This thesis stems from my research into the broad area of (credit) scoring and the
predicting, understanding and explaining of consumer behaviour. This research started at
the Univers1ty of Edinburgh on an ESRC funded project in 1988.
This work, which is being submitted as the partial fulfilment of the requirements for the
award of Doctor of Philosophy of Loughborough Unvers1ty, consists of an introductory
chapter and a selection of papers published 1991 - 2001 (inclusive). The papers address
some of the key issues and areas of interest and concern arising from the rapidly evolving
and expanding credit (card) market and the highly competitive nature of the credit industry.
These features were particularly evident during the late 1980's and throughout the 90's
Chapter One provides a general background to the research and outlines some of the key
(practical) issues involved in building a (credit) scorecard Additionally, it provides a brief
summary of each of the research papers appearing in full in Chapters 2- 9 (inclusive) and
ends with some general limitations and conclusions. The research papers appearing in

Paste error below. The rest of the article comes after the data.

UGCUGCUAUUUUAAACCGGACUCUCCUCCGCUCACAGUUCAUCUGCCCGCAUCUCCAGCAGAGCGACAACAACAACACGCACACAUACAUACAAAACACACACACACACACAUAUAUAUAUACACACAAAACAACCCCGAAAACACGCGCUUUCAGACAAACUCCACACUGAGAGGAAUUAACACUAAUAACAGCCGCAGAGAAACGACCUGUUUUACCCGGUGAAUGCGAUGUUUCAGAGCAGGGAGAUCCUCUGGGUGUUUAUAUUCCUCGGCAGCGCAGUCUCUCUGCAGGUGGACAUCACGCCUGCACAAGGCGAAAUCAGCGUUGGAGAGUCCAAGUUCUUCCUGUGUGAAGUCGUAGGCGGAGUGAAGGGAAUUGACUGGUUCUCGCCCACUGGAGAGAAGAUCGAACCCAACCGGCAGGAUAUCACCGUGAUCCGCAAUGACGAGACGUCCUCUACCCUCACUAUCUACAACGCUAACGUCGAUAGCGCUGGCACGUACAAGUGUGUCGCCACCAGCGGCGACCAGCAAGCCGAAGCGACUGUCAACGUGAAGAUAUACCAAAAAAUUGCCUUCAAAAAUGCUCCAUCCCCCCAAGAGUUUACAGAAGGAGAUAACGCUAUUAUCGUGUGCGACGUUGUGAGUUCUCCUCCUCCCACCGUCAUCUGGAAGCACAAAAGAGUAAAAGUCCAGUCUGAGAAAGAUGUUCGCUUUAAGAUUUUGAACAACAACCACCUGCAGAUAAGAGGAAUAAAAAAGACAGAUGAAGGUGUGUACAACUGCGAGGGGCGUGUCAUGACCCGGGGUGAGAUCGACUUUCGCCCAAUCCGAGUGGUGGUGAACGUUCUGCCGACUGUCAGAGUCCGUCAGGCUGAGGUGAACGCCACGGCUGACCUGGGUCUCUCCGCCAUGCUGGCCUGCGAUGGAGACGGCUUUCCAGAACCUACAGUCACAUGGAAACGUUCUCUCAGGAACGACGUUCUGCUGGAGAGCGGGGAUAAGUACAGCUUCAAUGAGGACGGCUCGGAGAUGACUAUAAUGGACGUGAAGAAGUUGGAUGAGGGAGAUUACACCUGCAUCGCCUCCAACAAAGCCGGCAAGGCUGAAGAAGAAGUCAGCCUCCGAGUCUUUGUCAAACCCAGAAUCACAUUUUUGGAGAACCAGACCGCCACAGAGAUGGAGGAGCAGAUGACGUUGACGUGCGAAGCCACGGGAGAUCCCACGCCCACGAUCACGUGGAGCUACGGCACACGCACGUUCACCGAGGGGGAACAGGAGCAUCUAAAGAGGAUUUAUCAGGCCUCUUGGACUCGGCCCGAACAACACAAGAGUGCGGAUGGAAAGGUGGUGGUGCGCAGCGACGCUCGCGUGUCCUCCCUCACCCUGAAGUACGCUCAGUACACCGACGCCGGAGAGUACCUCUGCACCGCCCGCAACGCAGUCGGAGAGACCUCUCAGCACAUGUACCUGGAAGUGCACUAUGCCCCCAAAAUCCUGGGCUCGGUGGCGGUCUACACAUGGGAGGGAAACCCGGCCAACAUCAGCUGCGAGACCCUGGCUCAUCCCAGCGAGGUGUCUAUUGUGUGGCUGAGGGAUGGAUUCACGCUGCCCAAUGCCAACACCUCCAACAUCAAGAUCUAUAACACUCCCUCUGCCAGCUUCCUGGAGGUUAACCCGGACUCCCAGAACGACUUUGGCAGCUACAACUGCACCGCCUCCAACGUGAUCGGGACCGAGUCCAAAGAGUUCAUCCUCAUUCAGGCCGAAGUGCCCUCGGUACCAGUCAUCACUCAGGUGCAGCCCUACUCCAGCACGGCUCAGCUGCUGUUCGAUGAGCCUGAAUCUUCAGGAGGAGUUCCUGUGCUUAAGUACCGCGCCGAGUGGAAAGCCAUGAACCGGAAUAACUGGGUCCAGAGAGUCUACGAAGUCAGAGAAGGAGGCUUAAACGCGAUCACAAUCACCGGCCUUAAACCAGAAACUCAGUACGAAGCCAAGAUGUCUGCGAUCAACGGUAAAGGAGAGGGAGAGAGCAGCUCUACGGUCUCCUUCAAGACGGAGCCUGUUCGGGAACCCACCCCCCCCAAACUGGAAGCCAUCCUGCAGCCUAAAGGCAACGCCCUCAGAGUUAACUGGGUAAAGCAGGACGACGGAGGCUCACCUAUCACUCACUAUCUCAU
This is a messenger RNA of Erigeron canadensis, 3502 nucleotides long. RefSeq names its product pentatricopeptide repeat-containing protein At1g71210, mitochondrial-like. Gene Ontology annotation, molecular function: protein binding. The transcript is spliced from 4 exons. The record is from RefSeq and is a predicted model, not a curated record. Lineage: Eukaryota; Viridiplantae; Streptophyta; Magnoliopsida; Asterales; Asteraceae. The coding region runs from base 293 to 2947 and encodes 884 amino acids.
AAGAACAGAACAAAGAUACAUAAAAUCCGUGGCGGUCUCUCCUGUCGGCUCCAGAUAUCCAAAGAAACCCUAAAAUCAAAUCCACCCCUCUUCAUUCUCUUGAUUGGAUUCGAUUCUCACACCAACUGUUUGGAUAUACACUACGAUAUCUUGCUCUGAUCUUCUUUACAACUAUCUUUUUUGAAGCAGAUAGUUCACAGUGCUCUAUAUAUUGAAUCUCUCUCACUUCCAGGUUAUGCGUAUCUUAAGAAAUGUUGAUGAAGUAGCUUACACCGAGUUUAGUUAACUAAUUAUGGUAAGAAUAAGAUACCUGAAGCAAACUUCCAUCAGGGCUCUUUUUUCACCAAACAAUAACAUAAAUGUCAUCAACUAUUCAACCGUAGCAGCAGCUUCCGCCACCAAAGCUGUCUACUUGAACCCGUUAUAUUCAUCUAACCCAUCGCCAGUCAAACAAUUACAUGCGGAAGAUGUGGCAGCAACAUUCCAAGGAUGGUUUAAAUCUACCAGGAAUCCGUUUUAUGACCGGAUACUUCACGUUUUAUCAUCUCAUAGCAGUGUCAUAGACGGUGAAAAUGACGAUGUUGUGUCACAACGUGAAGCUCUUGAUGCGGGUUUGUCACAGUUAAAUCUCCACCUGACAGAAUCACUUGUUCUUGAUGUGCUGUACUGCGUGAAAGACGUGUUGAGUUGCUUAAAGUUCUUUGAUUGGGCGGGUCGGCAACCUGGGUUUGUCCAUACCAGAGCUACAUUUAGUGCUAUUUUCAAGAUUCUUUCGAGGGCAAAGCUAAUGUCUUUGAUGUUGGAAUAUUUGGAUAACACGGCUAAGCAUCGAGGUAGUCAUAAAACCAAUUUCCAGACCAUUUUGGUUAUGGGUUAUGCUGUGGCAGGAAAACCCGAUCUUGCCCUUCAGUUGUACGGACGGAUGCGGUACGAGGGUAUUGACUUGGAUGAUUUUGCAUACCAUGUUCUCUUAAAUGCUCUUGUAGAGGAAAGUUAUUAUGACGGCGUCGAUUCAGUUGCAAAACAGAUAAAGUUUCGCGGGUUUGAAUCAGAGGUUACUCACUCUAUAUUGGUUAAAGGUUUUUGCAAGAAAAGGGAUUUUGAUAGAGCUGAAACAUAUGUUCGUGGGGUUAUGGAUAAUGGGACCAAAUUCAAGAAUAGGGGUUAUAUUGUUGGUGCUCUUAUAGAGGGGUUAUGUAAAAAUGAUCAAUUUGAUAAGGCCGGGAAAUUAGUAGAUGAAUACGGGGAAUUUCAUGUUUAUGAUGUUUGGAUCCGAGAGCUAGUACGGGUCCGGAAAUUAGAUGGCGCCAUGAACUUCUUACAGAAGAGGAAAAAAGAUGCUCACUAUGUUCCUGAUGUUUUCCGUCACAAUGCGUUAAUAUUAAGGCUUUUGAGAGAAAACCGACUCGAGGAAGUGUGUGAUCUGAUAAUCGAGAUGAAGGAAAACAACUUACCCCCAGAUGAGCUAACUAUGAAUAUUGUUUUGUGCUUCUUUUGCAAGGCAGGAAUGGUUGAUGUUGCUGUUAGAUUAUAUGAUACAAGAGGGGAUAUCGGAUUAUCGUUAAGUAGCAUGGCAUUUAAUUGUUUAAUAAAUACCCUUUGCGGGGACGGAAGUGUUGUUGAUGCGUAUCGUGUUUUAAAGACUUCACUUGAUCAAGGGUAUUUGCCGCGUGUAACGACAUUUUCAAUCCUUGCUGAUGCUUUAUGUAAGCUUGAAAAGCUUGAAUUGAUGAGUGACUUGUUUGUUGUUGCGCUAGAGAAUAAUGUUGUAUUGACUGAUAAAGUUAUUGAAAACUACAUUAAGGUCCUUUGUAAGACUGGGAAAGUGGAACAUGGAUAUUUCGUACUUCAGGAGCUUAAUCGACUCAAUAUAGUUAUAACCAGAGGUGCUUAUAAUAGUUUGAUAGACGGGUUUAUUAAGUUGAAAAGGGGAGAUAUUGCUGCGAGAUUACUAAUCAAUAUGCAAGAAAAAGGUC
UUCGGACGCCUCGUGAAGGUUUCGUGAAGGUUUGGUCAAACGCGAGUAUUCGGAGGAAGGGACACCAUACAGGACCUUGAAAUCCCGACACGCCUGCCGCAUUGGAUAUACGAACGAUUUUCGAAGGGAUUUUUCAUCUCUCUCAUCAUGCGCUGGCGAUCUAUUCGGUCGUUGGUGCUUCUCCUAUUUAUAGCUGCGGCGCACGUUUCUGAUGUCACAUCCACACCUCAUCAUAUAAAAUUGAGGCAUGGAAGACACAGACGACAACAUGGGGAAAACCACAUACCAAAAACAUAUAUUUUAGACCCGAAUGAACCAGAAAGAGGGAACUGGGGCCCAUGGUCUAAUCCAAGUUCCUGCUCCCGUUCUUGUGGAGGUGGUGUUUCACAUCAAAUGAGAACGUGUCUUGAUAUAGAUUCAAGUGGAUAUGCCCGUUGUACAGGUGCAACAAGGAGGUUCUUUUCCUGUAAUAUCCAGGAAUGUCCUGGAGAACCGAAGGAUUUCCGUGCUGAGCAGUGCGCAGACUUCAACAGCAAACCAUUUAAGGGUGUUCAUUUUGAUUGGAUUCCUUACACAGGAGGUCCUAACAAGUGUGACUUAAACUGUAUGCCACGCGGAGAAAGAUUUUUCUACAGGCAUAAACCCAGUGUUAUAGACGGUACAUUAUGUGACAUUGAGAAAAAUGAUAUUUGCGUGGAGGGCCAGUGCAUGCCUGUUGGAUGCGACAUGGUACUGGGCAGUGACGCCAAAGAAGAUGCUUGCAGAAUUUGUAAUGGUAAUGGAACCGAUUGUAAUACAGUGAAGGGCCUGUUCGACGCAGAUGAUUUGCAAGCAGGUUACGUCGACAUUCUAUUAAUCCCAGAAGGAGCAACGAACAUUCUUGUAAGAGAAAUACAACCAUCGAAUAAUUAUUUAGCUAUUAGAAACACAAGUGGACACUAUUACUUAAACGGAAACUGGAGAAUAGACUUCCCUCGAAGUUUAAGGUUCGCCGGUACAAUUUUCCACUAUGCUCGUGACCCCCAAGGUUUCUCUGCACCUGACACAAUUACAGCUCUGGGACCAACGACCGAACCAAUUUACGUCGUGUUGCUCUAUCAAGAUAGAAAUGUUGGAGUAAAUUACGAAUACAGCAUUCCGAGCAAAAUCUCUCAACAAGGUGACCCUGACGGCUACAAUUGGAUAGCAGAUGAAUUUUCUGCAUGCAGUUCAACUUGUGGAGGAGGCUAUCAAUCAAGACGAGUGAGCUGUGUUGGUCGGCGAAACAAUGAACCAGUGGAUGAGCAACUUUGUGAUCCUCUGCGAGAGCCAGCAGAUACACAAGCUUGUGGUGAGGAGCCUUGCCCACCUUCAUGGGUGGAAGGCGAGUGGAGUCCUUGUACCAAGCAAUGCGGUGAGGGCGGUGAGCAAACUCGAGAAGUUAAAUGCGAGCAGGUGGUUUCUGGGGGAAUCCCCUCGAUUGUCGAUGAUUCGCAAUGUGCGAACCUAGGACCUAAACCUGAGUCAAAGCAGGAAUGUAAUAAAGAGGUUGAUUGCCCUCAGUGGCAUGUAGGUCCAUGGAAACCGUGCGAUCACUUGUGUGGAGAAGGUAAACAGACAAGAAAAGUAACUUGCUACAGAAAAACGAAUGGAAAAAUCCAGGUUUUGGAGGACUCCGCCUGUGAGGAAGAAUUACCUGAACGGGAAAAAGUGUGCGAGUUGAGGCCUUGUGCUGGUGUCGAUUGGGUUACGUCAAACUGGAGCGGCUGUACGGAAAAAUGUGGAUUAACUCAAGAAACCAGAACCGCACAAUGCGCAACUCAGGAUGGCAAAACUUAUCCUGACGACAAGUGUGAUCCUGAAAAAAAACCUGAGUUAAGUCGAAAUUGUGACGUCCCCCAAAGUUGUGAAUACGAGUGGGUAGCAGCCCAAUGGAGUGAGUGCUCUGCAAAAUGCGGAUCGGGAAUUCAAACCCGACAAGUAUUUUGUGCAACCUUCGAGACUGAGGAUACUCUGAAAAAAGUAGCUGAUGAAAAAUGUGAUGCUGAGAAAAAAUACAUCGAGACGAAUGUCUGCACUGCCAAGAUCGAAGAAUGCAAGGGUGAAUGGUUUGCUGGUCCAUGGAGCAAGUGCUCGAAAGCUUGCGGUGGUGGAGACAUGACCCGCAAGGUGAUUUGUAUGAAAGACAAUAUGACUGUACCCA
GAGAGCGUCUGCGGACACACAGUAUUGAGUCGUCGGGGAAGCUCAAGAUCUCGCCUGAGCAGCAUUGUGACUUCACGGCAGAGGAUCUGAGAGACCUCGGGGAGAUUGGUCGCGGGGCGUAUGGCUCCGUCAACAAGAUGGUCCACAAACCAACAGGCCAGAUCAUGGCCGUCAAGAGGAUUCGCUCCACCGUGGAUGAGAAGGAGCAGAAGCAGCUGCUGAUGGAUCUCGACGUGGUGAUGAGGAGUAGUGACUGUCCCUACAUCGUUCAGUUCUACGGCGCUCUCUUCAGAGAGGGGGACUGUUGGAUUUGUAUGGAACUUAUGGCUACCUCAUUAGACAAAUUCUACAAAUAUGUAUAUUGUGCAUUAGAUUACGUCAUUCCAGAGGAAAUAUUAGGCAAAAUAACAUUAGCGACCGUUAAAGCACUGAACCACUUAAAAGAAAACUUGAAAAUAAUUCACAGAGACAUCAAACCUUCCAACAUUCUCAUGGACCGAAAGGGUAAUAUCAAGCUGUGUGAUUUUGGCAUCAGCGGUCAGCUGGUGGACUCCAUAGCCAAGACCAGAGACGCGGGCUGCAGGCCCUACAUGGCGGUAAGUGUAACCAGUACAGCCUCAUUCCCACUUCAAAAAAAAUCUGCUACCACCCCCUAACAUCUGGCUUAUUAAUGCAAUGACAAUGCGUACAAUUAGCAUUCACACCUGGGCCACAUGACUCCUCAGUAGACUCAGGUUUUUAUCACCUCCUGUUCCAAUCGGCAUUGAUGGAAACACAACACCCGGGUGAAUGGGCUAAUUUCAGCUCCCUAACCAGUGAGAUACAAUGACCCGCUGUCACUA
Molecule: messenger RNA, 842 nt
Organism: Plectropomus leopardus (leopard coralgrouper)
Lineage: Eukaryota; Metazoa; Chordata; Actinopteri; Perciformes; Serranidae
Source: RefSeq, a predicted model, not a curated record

Chapters 2-9 inclusive) are all concerned with predicting, understanding and explaining
different types of consumer behaviour in relation to the use of credit cards. For example
discriminating between 'GOOD' and 'BAD' repayers of credit card debt on the basis of
different definitions of good and bad, the identification of 'slow payers' using different
statistical methods; examining the characteristics of credit card users and non-users, and
identifying the characteristics of credit card holders most likely to return their credit card.
A Doctoral Thesis. Submitted in partial fulfilment of the requirements for the award of Doctor of Philosophy of Loughborough University